But that's not the only threatening situation in Santaroga. What is with the "Jaspers" Cheese Co-op (is it a cult?) and why did the previous marketing investigators sent by big business meet with unfortunate accidents? The story that unfolds is fascinating--are the Santarogans just minding their own business, or are they evil in some way, and whose side will you end up on at the end of the book? I really recommend this novel even if you don't like science fiction. It's one of my favorites.
Comment Was this review helpful to you? Yes No Sending feedback...
Thank you for your feedback. If this review is inappropriate, please let us know.
Sorry, we failed to record your vote. Please try again
9 of 9 people found the following review helpful By David Rasquinha on March 16, 2003
Format: Mass Market Paperback
The fame of Herbert's Dune series has sadly obscured some of his other science fiction - Santaroga is a prime example. A valley town in California appears to be not just different from the rest of the world around it, but practically on a different planet. It's residents have no interest in the external world or the products it offers - almost an autarky. Driven by a corporate marketing assignment combined with the lure of an old (but strongly flickering) flame, Gilbert Dasein visits the town and finds a bizarre degree of contentment and unity. On the face of it, it is the mysterious Jaspers (akin to the mélange of Dune) that is responsible but Herbert is driving at a larger picture here. Santaroga is almost a collective mind, or a community with a group consciousness. One that thrives in its little pond and fears the vast ocean outside which it strives to hold at arm's length - the barrier of the title. A fascinating read.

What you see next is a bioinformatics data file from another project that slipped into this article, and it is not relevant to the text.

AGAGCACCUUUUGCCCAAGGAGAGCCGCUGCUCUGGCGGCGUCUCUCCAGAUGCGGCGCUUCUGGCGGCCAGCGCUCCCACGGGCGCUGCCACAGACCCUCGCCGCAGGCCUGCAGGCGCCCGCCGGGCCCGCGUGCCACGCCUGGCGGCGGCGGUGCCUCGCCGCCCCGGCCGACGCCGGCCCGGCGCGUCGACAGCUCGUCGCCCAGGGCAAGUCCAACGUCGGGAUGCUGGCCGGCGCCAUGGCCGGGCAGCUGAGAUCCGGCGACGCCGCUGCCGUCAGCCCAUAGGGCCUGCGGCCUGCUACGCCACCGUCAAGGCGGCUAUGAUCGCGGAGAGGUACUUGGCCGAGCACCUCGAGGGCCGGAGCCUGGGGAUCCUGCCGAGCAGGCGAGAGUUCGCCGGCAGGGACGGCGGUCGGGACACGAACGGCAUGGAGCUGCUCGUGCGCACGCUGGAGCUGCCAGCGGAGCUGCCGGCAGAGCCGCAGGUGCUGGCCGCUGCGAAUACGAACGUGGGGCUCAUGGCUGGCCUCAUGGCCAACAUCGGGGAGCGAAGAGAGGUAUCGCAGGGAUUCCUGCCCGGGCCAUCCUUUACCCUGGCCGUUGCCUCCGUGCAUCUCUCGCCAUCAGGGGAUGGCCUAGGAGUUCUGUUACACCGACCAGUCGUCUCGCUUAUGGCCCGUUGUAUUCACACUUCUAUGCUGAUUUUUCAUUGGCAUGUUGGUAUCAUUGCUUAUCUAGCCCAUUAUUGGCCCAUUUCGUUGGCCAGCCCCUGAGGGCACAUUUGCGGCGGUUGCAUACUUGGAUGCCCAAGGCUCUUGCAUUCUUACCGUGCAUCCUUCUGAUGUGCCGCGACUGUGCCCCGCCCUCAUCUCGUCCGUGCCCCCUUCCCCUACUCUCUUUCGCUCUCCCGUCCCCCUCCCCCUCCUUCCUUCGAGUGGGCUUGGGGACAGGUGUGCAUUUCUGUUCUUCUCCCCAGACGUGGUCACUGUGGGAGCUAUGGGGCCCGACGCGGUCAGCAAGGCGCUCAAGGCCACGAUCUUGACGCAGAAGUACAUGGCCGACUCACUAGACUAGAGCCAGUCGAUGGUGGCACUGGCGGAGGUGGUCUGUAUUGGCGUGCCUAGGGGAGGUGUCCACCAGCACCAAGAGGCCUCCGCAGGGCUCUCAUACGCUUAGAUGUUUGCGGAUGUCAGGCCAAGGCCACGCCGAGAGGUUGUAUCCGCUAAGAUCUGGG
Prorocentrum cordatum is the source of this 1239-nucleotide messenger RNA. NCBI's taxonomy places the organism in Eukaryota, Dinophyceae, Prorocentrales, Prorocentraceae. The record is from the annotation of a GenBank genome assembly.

Comment Was this review helpful to you? Yes No Sending feedback...
Thank you for your feedback. If this review is inappropriate, please let us know.
Sorry, we failed to record your vote. Please try again
5 of 5 people found the following review helpful By Randolph A. Burgess on July 20, 2005
Format: Mass Market Paperback Verified Purchase
Let's face it, "Dune" is fascinating, but there's not a whole lot of fun to be found in its pages. And the follow-ups to "Dune" weren't anywhere near as good as the first book.

But "The Santaroga Barrier" - yes, it's pretty cheesy, as at least one reviewer has noted - but it's a terrific, fun read. Much closer to something Stephen King might have written than the pompous interplanetary muck of "Dune" et al. The small town, the paranoia, the engagingly thick-headed, stubborn, but fundamentally decent hero; the blindsight on the part of the townspeople about themselves; the savage accuracy of Herbert's description of "normal" consumer culture; it's all a great mix. The only Herbert book I've read that approaches it as a quick, clever read is "Whipping Star." (I didn't like "The Dosadi Experiment" nearly as well, though it was OK.)

For years my only copy of this book has been a paperback with the glue completely gone and all the pages separated. I'm so glad I looked to find out if it had been reissued. This book is a treasure, and one of those few - like "Emma" by Jane Austen, "Daniel Martin" by John Fowles, or "The Honorary Consul" by Graham Greene - that I'll delight in rereading periodically for the rest of my life.
Comment Was this review helpful to you? Yes No Sending feedback...
Thank you for your feedback. If this review is inappropriate, please let us know.
Sorry, we failed to record your vote. Please try again

Most Recent Customer Reviews


What Other Items Do Customers Buy After Viewing This Item?